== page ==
English Dulcimer | advice article for Nashville dulcimer club
world renowned British dulcimer player, guitarist and composer – Dan Evans plays beautiful fingerstyle mountain dulcimer, he is also a hugely accomplished and stylish acoustic guitarist and a composer of music for and about nature
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advice article for Nashville dulcimer club

advice article for Nashville dulcimer club

the following article was drafted for and published by Nashville’s Grand Old Dulcimer Club:

‘A pro English dulcimer player advises beginners’

listening skills

Listening is hearing with intent to understand.  It is a discipline that requires patience and focus.  Listening is perhaps the most important skill a musician can acquire.  The more you develop your listening skills, the better you will understand music and the better you will play, both solo and with others.  Equally import perhaps, if you listen well you will win the respect of industry professionals.

In the decades that I’ve been working with music my listening skills have developed significantly.  I now hear the same music I liked years ago, but in whole new way.  I understand it better and enjoy it more.  Andy Crowdy, who has kindly played bass on several of my albums, is probably the best musician I know.  He’s also the best listener I know – it’s no coincidence.

Watch and listen carefully to players you admire – their concerts, recordings and on-line videos.  Watching virtuosos performing at the top of their game may seem daunting.  But a presupposition (principle) of NLP (Neuro Linguistic Programming) is that if one person can do something, others can learn to do it.

best practice

Learn to do things the correct way, even if you deviate from it for stylistic reasons.  Learning best practice techniques for playing at the start will save you adopting bad habits, which can be very difficult to un-learn later on.  To give but one example:  starting to play with a poor posture could eventually give you back problems or even be crippling.  Learn best practice techniques first and then deviate from them for artistic effect later, if needed.

notation

Whilst not a be-all-and-end-all, learn at least a little about notation.  Having you own music notated will pay off huge dividends in the long run.  Notation is useful in the studio, in rehearsal and it will help you to learn about music theory and to teach.  It can also help your income if others play your music – they are much more likely to do so if it is documented.  But don’t rest on your laurels – theory on its own will not make you a great player.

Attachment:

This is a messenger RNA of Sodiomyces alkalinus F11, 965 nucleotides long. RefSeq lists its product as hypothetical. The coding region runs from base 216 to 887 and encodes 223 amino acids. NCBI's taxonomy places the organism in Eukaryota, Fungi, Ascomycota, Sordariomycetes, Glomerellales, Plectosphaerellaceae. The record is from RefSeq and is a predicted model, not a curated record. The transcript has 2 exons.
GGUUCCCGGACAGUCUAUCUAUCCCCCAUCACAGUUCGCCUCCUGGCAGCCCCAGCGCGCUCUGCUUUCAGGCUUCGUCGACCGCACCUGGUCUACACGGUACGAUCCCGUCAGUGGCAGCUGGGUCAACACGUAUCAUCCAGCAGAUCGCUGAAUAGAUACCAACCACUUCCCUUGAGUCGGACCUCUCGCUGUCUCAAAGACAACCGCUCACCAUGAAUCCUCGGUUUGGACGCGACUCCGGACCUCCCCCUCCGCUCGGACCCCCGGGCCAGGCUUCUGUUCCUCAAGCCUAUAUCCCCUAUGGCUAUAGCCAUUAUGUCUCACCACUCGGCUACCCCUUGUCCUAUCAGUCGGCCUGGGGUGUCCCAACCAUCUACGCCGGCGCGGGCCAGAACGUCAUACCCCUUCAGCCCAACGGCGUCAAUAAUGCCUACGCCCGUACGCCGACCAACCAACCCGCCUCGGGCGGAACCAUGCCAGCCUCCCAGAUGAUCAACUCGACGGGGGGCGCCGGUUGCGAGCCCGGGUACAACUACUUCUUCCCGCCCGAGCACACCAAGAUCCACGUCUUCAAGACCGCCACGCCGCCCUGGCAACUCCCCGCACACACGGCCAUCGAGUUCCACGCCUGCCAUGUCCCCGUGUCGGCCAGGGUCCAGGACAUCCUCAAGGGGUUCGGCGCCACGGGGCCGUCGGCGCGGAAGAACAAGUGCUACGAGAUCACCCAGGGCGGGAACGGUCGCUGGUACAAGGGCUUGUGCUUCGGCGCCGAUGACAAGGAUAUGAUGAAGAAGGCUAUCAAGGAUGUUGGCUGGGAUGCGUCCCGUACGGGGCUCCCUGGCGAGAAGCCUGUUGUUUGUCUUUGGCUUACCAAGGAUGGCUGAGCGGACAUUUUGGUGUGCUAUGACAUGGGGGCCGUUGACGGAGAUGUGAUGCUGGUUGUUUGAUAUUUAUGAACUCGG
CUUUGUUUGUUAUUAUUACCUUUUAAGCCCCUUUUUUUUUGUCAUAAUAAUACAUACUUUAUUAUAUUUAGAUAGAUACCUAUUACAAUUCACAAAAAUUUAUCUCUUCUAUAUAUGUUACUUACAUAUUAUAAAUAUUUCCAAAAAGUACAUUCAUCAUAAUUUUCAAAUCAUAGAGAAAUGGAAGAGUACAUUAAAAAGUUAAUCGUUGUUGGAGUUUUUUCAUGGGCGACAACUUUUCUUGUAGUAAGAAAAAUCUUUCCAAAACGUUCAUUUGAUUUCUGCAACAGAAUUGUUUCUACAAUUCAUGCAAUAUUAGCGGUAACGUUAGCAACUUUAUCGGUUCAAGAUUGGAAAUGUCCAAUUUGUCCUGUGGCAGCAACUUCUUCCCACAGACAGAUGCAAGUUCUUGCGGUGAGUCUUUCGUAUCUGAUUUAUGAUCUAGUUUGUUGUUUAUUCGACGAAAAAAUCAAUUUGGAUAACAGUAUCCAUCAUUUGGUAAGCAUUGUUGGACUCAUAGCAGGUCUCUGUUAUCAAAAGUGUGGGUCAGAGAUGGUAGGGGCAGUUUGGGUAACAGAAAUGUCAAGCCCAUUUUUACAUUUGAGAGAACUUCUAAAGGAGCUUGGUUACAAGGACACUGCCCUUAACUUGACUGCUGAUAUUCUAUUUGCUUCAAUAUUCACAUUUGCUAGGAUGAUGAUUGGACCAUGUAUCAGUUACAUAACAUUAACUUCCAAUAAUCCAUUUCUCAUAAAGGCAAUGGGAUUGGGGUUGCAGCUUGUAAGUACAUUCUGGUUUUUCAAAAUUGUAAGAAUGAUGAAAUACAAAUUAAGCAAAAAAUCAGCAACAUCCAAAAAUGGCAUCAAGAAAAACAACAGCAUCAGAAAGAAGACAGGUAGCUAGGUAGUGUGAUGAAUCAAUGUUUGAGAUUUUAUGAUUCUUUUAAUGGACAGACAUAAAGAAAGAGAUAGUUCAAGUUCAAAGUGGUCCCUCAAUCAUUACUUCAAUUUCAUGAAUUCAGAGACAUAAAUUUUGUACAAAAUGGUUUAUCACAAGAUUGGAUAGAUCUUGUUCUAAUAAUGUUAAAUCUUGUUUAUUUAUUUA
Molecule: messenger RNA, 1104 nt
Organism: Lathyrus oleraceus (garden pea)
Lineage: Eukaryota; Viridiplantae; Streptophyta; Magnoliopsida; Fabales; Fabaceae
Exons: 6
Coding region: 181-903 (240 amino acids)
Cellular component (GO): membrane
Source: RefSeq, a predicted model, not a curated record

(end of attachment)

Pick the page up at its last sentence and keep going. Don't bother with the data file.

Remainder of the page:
quality practice

Practice, practice, practice.  But don’t play idly.  Like listening, it requires patience and focus.  Practice in short sessions of less than an hour, take a break and then return – you need to keep your concentration high.

If you make a mistake in practice, stop.  Understand what’s gone wrong, then play the phrase over and over, slowly, until it is re-committed to muscle memory correctly.

Once you can play the pieces flowingly and consistently, play to a metronome before recording or performance.  As you get to know a piece it’s tempting to play it faster (without noticing), because you can, rather than you should.

enjoy your performance

Get into the right mindset when performing.  You are there to please the audience, not to show off or impress.  The late, great guitarist Isaac Guillory once told me: “no one’s going to know you’ve got limitations until you exceed them”.  So play pieces that are comfortably within your skill set, play them beautifully and the audience will love your music.

In concert, forgive yourself for making mistakes, which you undoubtedly will.  The audience will not be as ‘close’ to the music as you are – either physically or emotionally.  Typically, mistakes are not noticed by audiences unless you draw attention to them.

Smile, smile, smile.  This releases hormones called endorphins, which will help you stay on top of things and be in a positive state of mind.  Guillory also told me: “no one’s going to have a good time watching someone who isn’t enjoying themselves”.

Strive for excellence (in rehearsal), not perfection (in performance).  For one thing, there’s no such thing as perfection.  Secondly, you are more likely to achieve it by not trying.  Lastly, you’ll only make yourself unhappy by striving (in vain) for perfection.

be original

Stay true to yourself and allow your style to develop, unhindered by popular opinion.  By all means compromise in collaborations, but allow your own music to be original and different, even if others don’t like it at first.  Until you become recognised, people may want you to play the music of popular artists.  Later, the same people will probably want you to be unique.  The much loved British rock musician David Bowie did not achieve his success by being conventional.  Don’t try and second guess what audiences will like – they will probably want you to be sincere – so be true to yourself.

be open minded

All music is good music and has something to teach us.  Broaden your horizons, listen to the widest variety of music possible.  Enjoy it all and learn a little about it.  This will not only help you develop your own technique and style but it will help you to relate to other musicians and them to you – thus creating opportunities for collaborations.

seek recognition, not fame

I have sometimes been asked by aspiring artists if I can help them to be famous.  But fame seems to be a fickle mistress and, from what little I have seen, it brings at least as many problems as benefits.  Surely, what we as musicians want is to be recognised and appreciated for our work.